Elhadj Maiga is a Qaddafi recruiter and a proud one at that, scrambling to assemble a pipeline of young men from Mali to go and fight for The Great Leader.
At this stage, without cash for guns or transport, Mr. Maiga’s group of about 200 young men is more of a fan club than a militia. But like other pro-Qaddafi groups that have sprung up here since the rebellion in Libya began, what it lacks in logistics it makes up in loyalty.
“We’re all ready to die for him,” Mr. Maiga said. “He’s done so much for us, after all.”
Just look at Mr. Maiga’s life: he prays at a mosque in Bamako, Mali’s capital, that Col. Muammar el-Qaddafi built; he watches television on the Malian national network that Colonel Qaddafi set up in the 1980s; and he admires with a feeling nothing short of awe La Cité Administrative Muammar el-Qaddafi, the gleaming new $100 million government complex that Colonel Qaddafi is helping pay for and that bears his name — even though it is for Mali’s government, not Libya’s.
Mali, a desperately poor country near Libya, is a case in point of the allegiance Colonel Qaddafi has bought in many parts of the continent. He has tapped Libya’s vast oil reserves to liberally sprinkle billions of dollars around sub-Saharan Africa, playing all sides and investing in almost anything — governments, rebel groups, luxury hotels, Islamic organizations, rubber factories, rice paddies, diamond mines, supermarkets and the countless OiLibya gas stations.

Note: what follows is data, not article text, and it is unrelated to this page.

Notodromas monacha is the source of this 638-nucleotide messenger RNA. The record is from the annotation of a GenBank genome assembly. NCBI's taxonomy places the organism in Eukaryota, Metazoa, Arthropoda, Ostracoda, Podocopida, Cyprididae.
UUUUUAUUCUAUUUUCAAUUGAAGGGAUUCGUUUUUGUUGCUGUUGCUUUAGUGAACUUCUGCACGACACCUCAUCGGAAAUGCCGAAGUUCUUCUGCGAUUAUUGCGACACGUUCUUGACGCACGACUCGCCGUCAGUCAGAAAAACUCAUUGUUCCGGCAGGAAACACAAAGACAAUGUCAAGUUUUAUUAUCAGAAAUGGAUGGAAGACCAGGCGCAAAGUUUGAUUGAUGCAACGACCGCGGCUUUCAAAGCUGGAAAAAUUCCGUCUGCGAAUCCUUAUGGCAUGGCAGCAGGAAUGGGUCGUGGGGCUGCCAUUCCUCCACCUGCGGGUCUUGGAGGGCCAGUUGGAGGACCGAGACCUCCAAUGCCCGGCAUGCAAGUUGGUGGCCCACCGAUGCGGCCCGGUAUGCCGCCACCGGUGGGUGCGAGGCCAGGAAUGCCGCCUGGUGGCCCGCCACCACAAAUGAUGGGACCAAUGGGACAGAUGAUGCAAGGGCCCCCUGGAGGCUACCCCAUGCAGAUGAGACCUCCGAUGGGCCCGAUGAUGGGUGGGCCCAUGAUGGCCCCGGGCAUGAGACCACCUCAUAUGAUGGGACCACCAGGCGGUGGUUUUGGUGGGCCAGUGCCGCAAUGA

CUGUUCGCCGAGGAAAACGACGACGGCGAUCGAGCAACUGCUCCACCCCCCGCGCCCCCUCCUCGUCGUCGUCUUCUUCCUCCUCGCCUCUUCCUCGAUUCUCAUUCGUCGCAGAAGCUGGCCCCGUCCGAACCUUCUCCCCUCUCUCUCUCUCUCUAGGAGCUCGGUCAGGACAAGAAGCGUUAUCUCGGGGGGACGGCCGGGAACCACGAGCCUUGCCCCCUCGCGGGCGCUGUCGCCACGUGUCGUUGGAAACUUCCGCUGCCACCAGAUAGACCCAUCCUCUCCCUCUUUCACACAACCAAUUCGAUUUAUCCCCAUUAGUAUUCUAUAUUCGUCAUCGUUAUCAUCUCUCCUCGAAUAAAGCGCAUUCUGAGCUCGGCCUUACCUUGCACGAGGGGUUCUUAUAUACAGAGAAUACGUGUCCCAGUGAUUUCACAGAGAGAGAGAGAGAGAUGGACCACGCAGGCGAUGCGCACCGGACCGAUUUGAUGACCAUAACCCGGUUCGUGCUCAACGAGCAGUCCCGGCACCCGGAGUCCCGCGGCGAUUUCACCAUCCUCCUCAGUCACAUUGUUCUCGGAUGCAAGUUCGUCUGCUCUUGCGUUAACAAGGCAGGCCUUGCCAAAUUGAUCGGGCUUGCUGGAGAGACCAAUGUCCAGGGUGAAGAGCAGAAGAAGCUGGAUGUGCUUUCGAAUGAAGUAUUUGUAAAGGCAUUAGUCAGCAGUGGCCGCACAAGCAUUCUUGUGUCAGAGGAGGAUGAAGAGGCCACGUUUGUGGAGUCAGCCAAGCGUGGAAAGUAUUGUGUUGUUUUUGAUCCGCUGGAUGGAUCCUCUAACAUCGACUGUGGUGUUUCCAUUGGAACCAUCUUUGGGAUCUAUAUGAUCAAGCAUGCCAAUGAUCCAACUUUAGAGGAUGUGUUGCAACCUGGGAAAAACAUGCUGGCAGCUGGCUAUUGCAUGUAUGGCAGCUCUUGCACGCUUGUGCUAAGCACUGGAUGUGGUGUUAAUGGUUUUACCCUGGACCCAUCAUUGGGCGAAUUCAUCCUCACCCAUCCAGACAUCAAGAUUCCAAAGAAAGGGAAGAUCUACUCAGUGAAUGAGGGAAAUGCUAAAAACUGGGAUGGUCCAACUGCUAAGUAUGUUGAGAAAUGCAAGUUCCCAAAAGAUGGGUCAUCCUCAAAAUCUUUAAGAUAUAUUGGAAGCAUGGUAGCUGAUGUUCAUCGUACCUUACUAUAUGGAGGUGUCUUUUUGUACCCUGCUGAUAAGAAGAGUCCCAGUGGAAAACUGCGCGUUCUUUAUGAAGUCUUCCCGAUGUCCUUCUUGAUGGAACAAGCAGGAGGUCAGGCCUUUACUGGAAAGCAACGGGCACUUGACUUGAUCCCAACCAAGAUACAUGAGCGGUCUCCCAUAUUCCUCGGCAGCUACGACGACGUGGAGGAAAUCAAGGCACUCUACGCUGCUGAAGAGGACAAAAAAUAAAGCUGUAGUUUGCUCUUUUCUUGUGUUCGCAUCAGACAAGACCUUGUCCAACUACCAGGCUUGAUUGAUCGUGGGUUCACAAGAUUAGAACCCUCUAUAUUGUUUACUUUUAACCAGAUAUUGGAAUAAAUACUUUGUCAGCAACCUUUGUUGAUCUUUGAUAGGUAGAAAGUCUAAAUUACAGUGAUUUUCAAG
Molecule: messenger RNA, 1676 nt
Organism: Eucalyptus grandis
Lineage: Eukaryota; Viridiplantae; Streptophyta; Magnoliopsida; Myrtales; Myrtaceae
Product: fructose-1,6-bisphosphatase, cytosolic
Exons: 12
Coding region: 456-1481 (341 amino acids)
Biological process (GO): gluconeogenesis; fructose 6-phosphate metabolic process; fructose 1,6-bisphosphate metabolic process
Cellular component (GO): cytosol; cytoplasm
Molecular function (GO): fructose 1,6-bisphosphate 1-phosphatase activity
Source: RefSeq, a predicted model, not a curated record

From Liberia to South Africa to the island of Madagascar, Libya’s holdings are like a giant venture capital fund, geared to make friends and wi n influence in the poorest region in the world. This may help explain how Colonel Qaddafi has been able to summon sub-Saharan African soldiers to fight for him in his time of need — Libyans have spoken of “African mercenaries” killing protesters and helping him rout rebel fighters — and why so many African leaders have been so slow to criticize him, even as his forces slaughter his own people.
“So many of these presidents at one time or another have gotten something directly from him,” said Manny Ansar, a prominent Malian intellectual who organizes one of West Africa’s most celebrated cultural happenings, Mali’s Festival in the Desert. “So what are they going to say now?” While the Arab League was quick to suspend Libya last month and has even asked the United Nations Security Council to impose a no-flight zone to stop Colonel Qaddafi’s attacks on his people, the African Union has taken a more cautious stance, deciding only on Friday to send negotiators who will meet with both sides.
Seen as eccentric and unpredictable, Colonel Qaddafi never got far as a leader in the Arab world. But in sub-Saharan Africa, many have been inspired by his vision of a “United States of Africa” and appreciate his anti-Western tirades. The Libyan government, which is, in essence, Colonel Qaddafi, also pays 15 percent of the African Union dues. He even succeeded in getting some traditional African leaders to call him “King of Kings,” and in Mali, from the streets to the president’s office, there seems to be near unanimous respect.
“Some people see the colonel as the devil, but he’s not,” said Seydou Sissouma, spokesman for Mali’s president. “He’s a great African.”
Mr. Sissouma bristled at the idea that Libya was buying friends. “That’s not the case,” he said. “Libya has accepted to share its resources with others. Other African oil producers, like Nigeria, don’t do this.”
But Colonel Qaddafi’s involvement in sub-Saharan Africa, said J. Peter Pham, editor of the Journal of the Middle East and Africa, has been “nothing short of catastrophic.”